Whenever a court case is wrapped up, the judge will either find the accused guilty or innocent. In the latter, one is able to go free. However, the former presents a variety of options. Some crimes do not amount to jail time. They could either attract a fine or certain hours of community service. In the case of drug or substance abuse and anger-related crimes or incidents, the court could prescribe rehabilitation or anger management sessions. This, however, is not always the case. Crimes such as robbery with violence and murder, among others, attract jail time.
Temporary Jail Time
This type of jail time varies. It depends on whether a judge grants you bail or not. Once you are arrested, you have to be held in custody. Once your court date is set, more commonly at a later time, you can either spend that time in jail or out in the free world as you go about your normal duties. For more severe crimes, bail may not be granted. However, if it is, you are required to show up for your court dates. If you do not, you are arrested, kept in jail plus you forfeit the amount you paid for the bail bond.
Who Determines Jail Time?
The court determines the jail time you get once you are sentenced. This is not haphazardly done. Instead, it follows guidelines that are set by the law. In a number of cases, the law stipulates the minimum mandatory sentence when it comes to jail time. If you are found guilty of such an offence, then your sentence would be upwards of the set duration and not any less.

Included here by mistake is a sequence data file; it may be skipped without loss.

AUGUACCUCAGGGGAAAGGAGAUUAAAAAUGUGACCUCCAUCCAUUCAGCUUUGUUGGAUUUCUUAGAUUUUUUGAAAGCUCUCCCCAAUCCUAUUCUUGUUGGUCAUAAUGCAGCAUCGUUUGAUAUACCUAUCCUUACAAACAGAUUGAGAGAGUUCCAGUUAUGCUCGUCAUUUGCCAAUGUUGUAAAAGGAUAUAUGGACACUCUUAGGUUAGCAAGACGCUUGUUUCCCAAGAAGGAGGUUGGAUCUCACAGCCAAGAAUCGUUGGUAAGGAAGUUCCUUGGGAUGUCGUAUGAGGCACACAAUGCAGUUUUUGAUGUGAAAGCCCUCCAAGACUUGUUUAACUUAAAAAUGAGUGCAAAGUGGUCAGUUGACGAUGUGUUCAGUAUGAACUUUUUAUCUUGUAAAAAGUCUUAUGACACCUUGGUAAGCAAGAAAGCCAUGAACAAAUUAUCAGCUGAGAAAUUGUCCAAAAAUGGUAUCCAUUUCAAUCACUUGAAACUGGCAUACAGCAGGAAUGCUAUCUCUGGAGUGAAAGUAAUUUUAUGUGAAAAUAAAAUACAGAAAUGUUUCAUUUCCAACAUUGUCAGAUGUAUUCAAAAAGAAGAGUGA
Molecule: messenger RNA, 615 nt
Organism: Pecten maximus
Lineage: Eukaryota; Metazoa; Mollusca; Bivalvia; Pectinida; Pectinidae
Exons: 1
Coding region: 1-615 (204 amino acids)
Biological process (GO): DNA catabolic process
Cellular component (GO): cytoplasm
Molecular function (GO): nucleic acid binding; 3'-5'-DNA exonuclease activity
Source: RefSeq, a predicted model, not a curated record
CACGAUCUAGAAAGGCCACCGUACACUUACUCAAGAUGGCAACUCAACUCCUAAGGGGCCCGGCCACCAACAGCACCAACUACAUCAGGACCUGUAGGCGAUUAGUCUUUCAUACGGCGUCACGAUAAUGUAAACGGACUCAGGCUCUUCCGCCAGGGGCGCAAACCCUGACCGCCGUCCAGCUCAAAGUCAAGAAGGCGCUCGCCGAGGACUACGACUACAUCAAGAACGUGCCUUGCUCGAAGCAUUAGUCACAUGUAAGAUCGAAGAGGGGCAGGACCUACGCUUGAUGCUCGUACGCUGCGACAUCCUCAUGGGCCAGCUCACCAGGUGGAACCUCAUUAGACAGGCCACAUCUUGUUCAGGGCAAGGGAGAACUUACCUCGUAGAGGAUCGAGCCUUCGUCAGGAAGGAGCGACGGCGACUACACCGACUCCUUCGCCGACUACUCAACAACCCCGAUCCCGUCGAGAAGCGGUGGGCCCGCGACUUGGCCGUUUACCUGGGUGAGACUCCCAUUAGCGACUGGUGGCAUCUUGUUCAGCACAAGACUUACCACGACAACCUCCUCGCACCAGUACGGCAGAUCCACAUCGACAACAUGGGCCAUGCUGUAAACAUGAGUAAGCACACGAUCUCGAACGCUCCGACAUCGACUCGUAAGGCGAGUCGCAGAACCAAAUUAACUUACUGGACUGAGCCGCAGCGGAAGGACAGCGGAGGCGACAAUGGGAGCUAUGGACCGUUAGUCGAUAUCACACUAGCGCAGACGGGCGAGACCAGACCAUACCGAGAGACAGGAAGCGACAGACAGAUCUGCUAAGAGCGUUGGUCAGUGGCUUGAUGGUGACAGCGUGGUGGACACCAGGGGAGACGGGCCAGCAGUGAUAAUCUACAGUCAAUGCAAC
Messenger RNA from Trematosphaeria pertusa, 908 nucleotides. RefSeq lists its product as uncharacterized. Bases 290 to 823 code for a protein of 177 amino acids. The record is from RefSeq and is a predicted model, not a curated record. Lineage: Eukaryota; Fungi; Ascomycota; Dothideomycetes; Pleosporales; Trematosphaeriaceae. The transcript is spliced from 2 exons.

It is important to familiarize yourself with the prescribed jail term punishments for whichever crime you, your friend or family member is accused of. This will help you stay informed on whether or not the punishment is fair after the sentence is administered. If the sentence is too harsh, then you can consider appealing the decision.
Factors Used in Jail Time Determination
The law does not always stipulate minimum or maximum sentences in jail time. This is primarily because all crimes are not the same. In some situations, there are special factors and variations to consider. In this case, the judge will consider a number of factors in determining jail time. These include:
- The accused and their criminal history. If they have not had any priors, then the fewer the jail time they are likely get
- The mental state of the accused. They might end up in a psychiatric facility as opposed to a jail for the prescribed period
- The severity of the crime
- Whether the accused was the primary actor in committing the crime or whether they were just an accomplice
All these inform the judge’s decision. These determinants can fall into one of two categories: a mitigating or an aggravating condition. Any determinant that falls in the former will play a role in reducing the number of years one is sentenced to jail. The determinants that fall in the latter, however, ensure that the accused gets more years in jail.